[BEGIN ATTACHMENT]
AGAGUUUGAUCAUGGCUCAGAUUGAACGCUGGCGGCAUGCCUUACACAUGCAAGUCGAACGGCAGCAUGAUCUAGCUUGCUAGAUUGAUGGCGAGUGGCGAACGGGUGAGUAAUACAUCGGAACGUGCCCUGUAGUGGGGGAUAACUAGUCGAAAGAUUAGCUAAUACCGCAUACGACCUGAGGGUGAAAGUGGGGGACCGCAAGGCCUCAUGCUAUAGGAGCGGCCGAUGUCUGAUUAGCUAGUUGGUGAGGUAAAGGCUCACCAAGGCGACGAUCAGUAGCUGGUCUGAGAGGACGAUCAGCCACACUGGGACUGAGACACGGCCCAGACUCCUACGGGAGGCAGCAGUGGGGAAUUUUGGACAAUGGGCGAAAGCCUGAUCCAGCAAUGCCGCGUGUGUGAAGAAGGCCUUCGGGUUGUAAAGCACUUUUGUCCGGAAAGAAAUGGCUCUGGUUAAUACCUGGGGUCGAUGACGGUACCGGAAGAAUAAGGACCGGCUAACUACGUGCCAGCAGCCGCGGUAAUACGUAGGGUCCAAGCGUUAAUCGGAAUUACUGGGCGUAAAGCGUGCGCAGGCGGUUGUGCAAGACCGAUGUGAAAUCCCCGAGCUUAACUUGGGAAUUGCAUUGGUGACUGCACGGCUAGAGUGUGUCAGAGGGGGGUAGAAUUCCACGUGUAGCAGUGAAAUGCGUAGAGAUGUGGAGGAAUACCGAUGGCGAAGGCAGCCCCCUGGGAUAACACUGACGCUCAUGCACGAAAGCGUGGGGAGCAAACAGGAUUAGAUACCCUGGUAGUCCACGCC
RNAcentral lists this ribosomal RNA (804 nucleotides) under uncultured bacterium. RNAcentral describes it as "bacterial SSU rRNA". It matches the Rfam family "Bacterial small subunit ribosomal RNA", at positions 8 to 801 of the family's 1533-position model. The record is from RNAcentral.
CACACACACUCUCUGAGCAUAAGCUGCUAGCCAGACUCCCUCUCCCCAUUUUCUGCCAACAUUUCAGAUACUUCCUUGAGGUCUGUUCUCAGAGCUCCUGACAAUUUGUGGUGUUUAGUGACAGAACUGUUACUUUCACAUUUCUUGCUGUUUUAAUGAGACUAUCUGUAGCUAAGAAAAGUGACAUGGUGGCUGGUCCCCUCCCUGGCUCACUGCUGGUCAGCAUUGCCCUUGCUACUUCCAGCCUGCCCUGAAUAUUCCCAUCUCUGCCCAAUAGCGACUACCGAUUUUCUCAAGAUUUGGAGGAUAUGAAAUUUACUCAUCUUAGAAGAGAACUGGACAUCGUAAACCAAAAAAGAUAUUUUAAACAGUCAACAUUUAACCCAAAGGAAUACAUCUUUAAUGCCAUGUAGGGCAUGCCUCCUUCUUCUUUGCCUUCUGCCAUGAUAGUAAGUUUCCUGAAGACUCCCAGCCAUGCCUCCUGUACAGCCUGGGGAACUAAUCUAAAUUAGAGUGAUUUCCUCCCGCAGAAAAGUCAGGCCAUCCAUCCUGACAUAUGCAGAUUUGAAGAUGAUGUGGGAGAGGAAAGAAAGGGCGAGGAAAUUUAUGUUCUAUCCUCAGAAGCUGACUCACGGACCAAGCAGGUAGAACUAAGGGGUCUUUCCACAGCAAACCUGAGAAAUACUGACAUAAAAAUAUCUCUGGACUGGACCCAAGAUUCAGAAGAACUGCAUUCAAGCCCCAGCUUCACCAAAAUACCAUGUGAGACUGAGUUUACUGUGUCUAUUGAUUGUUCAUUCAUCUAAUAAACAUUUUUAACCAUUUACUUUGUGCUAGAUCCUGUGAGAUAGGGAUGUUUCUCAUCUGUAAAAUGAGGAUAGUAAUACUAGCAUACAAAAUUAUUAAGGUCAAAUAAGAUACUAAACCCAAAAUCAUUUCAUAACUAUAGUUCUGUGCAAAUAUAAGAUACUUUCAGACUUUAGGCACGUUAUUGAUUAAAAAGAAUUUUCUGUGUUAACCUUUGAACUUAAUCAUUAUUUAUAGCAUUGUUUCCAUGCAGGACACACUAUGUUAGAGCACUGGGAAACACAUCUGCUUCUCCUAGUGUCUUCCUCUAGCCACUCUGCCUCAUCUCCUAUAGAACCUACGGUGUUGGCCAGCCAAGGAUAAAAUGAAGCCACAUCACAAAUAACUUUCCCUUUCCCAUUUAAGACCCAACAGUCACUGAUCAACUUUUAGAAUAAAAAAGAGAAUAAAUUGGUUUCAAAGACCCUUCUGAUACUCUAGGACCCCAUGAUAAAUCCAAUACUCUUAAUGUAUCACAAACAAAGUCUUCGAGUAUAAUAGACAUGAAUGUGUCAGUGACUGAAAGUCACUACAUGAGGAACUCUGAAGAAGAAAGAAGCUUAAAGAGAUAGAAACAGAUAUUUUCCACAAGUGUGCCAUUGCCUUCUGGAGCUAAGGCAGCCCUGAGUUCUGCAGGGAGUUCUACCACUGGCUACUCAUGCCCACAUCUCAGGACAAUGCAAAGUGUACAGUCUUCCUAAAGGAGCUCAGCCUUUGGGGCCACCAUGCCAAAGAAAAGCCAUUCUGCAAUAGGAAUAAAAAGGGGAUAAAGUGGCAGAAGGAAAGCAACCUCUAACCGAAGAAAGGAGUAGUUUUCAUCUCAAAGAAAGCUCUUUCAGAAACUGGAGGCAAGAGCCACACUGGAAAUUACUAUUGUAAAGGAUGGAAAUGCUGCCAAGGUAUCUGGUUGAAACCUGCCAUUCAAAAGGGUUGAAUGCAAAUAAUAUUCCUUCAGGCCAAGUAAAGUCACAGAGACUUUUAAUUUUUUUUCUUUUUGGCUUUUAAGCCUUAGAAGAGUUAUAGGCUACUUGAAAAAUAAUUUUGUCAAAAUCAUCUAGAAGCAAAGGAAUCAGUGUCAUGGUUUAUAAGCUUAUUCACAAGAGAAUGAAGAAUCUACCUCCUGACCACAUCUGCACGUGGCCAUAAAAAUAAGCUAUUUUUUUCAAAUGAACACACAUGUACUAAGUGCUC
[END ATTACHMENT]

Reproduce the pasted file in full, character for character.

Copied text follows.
AGAGUUUGAUCAUGGCUCAGAUUGAACGCUGGCGGCAUGCCUUACACAUGCAAGUCGAACGGCAGCAUGAUCUAGCUUGCUAGAUUGAUGGCGAGUGGCGAACGGGUGAGUAAUACAUCGGAACGUGCCCUGUAGUGGGGGAUAACUAGUCGAAAGAUUAGCUAAUACCGCAUACGACCUGAGGGUGAAAGUGGGGGACCGCAAGGCCUCAUGCUAUAGGAGCGGCCGAUGUCUGAUUAGCUAGUUGGUGAGGUAAAGGCUCACCAAGGCGACGAUCAGUAGCUGGUCUGAGAGGACGAUCAGCCACACUGGGACUGAGACACGGCCCAGACUCCUACGGGAGGCAGCAGUGGGGAAUUUUGGACAAUGGGCGAAAGCCUGAUCCAGCAAUGCCGCGUGUGUGAAGAAGGCCUUCGGGUUGUAAAGCACUUUUGUCCGGAAAGAAAUGGCUCUGGUUAAUACCUGGGGUCGAUGACGGUACCGGAAGAAUAAGGACCGGCUAACUACGUGCCAGCAGCCGCGGUAAUACGUAGGGUCCAAGCGUUAAUCGGAAUUACUGGGCGUAAAGCGUGCGCAGGCGGUUGUGCAAGACCGAUGUGAAAUCCCCGAGCUUAACUUGGGAAUUGCAUUGGUGACUGCACGGCUAGAGUGUGUCAGAGGGGGGUAGAAUUCCACGUGUAGCAGUGAAAUGCGUAGAGAUGUGGAGGAAUACCGAUGGCGAAGGCAGCCCCCUGGGAUAACACUGACGCUCAUGCACGAAAGCGUGGGGAGCAAACAGGAUUAGAUACCCUGGUAGUCCACGCC
RNAcentral lists this ribosomal RNA (804 nucleotides) under uncultured bacterium. RNAcentral describes it as "bacterial SSU rRNA". It matches the Rfam family "Bacterial small subunit ribosomal RNA", at positions 8 to 801 of the family's 1533-position model. The record is from RNAcentral.
CACACACACUCUCUGAGCAUAAGCUGCUAGCCAGACUCCCUCUCCCCAUUUUCUGCCAACAUUUCAGAUACUUCCUUGAGGUCUGUUCUCAGAGCUCCUGACAAUUUGUGGUGUUUAGUGACAGAACUGUUACUUUCACAUUUCUUGCUGUUUUAAUGAGACUAUCUGUAGCUAAGAAAAGUGACAUGGUGGCUGGUCCCCUCCCUGGCUCACUGCUGGUCAGCAUUGCCCUUGCUACUUCCAGCCUGCCCUGAAUAUUCCCAUCUCUGCCCAAUAGCGACUACCGAUUUUCUCAAGAUUUGGAGGAUAUGAAAUUUACUCAUCUUAGAAGAGAACUGGACAUCGUAAACCAAAAAAGAUAUUUUAAACAGUCAACAUUUAACCCAAAGGAAUACAUCUUUAAUGCCAUGUAGGGCAUGCCUCCUUCUUCUUUGCCUUCUGCCAUGAUAGUAAGUUUCCUGAAGACUCCCAGCCAUGCCUCCUGUACAGCCUGGGGAACUAAUCUAAAUUAGAGUGAUUUCCUCCCGCAGAAAAGUCAGGCCAUCCAUCCUGACAUAUGCAGAUUUGAAGAUGAUGUGGGAGAGGAAAGAAAGGGCGAGGAAAUUUAUGUUCUAUCCUCAGAAGCUGACUCACGGACCAAGCAGGUAGAACUAAGGGGUCUUUCCACAGCAAACCUGAGAAAUACUGACAUAAAAAUAUCUCUGGACUGGACCCAAGAUUCAGAAGAACUGCAUUCAAGCCCCAGCUUCACCAAAAUACCAUGUGAGACUGAGUUUACUGUGUCUAUUGAUUGUUCAUUCAUCUAAUAAACAUUUUUAACCAUUUACUUUGUGCUAGAUCCUGUGAGAUAGGGAUGUUUCUCAUCUGUAAAAUGAGGAUAGUAAUACUAGCAUACAAAAUUAUUAAGGUCAAAUAAGAUACUAAACCCAAAAUCAUUUCAUAACUAUAGUUCUGUGCAAAUAUAAGAUACUUUCAGACUUUAGGCACGUUAUUGAUUAAAAAGAAUUUUCUGUGUUAACCUUUGAACUUAAUCAUUAUUUAUAGCAUUGUUUCCAUGCAGGACACACUAUGUUAGAGCACUGGGAAACACAUCUGCUUCUCCUAGUGUCUUCCUCUAGCCACUCUGCCUCAUCUCCUAUAGAACCUACGGUGUUGGCCAGCCAAGGAUAAAAUGAAGCCACAUCACAAAUAACUUUCCCUUUCCCAUUUAAGACCCAACAGUCACUGAUCAACUUUUAGAAUAAAAAAGAGAAUAAAUUGGUUUCAAAGACCCUUCUGAUACUCUAGGACCCCAUGAUAAAUCCAAUACUCUUAAUGUAUCACAAACAAAGUCUUCGAGUAUAAUAGACAUGAAUGUGUCAGUGACUGAAAGUCACUACAUGAGGAACUCUGAAGAAGAAAGAAGCUUAAAGAGAUAGAAACAGAUAUUUUCCACAAGUGUGCCAUUGCCUUCUGGAGCUAAGGCAGCCCUGAGUUCUGCAGGGAGUUCUACCACUGGCUACUCAUGCCCACAUCUCAGGACAAUGCAAAGUGUACAGUCUUCCUAAAGGAGCUCAGCCUUUGGGGCCACCAUGCCAAAGAAAAGCCAUUCUGCAAUAGGAAUAAAAAGGGGAUAAAGUGGCAGAAGGAAAGCAACCUCUAACCGAAGAAAGGAGUAGUUUUCAUCUCAAAGAAAGCUCUUUCAGAAACUGGAGGCAAGAGCCACACUGGAAAUUACUAUUGUAAAGGAUGGAAAUGCUGCCAAGGUAUCUGGUUGAAACCUGCCAUUCAAAAGGGUUGAAUGCAAAUAAUAUUCCUUCAGGCCAAGUAAAGUCACAGAGACUUUUAAUUUUUUUUCUUUUUGGCUUUUAAGCCUUAGAAGAGUUAUAGGCUACUUGAAAAAUAAUUUUGUCAAAAUCAUCUAGAAGCAAAGGAAUCAGUGUCAUGGUUUAUAAGCUUAUUCACAAGAGAAUGAAGAAUCUACCUCCUGACCACAUCUGCACGUGGCCAUAAAAAUAAGCUAUUUUUUUCAAAUGAACACACAUGUACUAAGUGCUC